5 Financial Lessons to Learn Before You're 30

Sophie Miura
PHOTO:

Jeong Ilkwon for Zanita

Like building a good credit rating and getting inexplicable joy from cleaning your home, making smart financial decisions is a big sign that you're growing up. Learning to take control of your finances is a process that takes time and diligence. If you're in your 20s or nearing the big 3-0, take note: The team at Money has rounded up the top things everyone should know about their finances by 30. Read on for our edit of the top five financial lessons everyone should master. 

Lesson 1: Everyone needs a backup fund.

Establishing a rainy day savings account is tough when you're young. According to Money, only one in three millennials has enough money saved for a single emergency room visit or car repair. Yahoo finance expert Mandi Woodruff tells MyDomaine that a backup fund should contain three to six months' worth of expenses to be safe. 

Lesson 2: Tackle debt first.

If you've accumulated debt in your 20s, you're not alone. Two in five millennials have credit card debt—and that doesn't include student loans. Financially savvy people know that debt is surmountable if tackled head-on. Start by organizing your debt by interest rate or size, always pay more than the minimum, and automate your payments.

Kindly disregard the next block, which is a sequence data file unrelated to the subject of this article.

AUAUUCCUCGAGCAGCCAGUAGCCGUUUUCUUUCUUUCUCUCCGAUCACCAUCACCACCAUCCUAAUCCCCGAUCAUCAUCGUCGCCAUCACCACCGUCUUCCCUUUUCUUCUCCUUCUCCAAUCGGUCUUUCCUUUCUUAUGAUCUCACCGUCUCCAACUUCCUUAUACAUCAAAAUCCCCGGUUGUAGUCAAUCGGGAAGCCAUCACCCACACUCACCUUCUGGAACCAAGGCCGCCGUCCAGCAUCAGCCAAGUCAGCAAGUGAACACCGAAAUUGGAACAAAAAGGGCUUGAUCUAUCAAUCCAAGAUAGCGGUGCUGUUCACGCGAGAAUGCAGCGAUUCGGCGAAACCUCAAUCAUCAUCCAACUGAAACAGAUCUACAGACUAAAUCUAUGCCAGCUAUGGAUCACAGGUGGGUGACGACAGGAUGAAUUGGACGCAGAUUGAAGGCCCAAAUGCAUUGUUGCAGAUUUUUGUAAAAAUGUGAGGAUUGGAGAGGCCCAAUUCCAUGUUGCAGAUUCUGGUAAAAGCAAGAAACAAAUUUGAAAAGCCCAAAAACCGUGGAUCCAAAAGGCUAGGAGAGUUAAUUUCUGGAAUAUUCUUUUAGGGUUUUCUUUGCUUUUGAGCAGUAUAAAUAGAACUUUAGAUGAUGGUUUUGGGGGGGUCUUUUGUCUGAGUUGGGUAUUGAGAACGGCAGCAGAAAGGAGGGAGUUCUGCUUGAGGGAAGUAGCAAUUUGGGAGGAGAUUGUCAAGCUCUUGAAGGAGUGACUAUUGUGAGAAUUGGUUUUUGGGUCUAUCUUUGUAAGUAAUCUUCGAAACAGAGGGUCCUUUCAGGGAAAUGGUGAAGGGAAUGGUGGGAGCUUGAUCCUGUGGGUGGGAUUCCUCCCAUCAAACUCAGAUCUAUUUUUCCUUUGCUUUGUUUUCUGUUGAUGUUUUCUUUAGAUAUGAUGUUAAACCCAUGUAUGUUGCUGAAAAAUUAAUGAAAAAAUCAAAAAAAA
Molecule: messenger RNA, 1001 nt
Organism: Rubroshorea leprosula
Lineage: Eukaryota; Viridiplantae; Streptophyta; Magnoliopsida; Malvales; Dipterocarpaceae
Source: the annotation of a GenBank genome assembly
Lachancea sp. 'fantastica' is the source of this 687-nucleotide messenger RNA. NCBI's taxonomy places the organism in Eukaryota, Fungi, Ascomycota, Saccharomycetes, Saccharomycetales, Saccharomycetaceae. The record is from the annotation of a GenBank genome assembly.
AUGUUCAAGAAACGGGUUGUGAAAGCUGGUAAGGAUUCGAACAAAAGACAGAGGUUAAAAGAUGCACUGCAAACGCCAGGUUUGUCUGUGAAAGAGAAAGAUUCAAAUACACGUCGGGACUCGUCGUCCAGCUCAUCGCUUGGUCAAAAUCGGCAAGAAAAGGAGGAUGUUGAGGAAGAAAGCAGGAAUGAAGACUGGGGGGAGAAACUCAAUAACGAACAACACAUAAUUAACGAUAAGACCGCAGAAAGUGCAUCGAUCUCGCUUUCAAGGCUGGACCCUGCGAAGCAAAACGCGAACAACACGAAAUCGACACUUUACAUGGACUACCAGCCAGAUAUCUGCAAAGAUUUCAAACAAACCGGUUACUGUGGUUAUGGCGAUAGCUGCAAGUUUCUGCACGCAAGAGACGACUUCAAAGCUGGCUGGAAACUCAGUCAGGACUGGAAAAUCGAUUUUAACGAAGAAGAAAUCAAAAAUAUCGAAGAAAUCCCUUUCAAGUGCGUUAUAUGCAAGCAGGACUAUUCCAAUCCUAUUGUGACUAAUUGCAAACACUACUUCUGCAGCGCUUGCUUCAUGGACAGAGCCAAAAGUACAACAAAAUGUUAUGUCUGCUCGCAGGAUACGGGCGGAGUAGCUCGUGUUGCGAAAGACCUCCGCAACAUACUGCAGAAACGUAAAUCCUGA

Lesson 3: You're never too young to plan your taxes.

Taxes might not sound like an exciting topic, but developing your own tax strategy in your 20s is key to building wealth. Money suggests this handy offset tip: You can deduct up to $2500 in student loan interest to reduce your taxable income.

Lesson 4: Financial freedom is liberating.

Taking control of your financial future is liberating. It opens up endless possibilities and gives you a chance to map your goals and plans. While it's easy to compare our spending habits to other (thanks, Instagram), a big part of maturing is realising that only you can take control of your finances. 

Lesson 5: Managing Your 401(k) is vital.

More than half of Americans are unsure about how to manage a 401(k), but learning to take advantage of retirement benefits is a big sign of financial maturity. If you're lucky to work for a company that offers retirement benefits, Money recommends contributing over 10% of your annual income to your 401(k) and never treat it as a backup fund—you'll be hit with taxes and a hefty fee for making a withdrawal. 

Keen to take control of your finances? Shop the book below for sound advice, then visit Money to read more. 

What is the biggest financial lesson you mastered in your 20s? Tell us in the comments below. 

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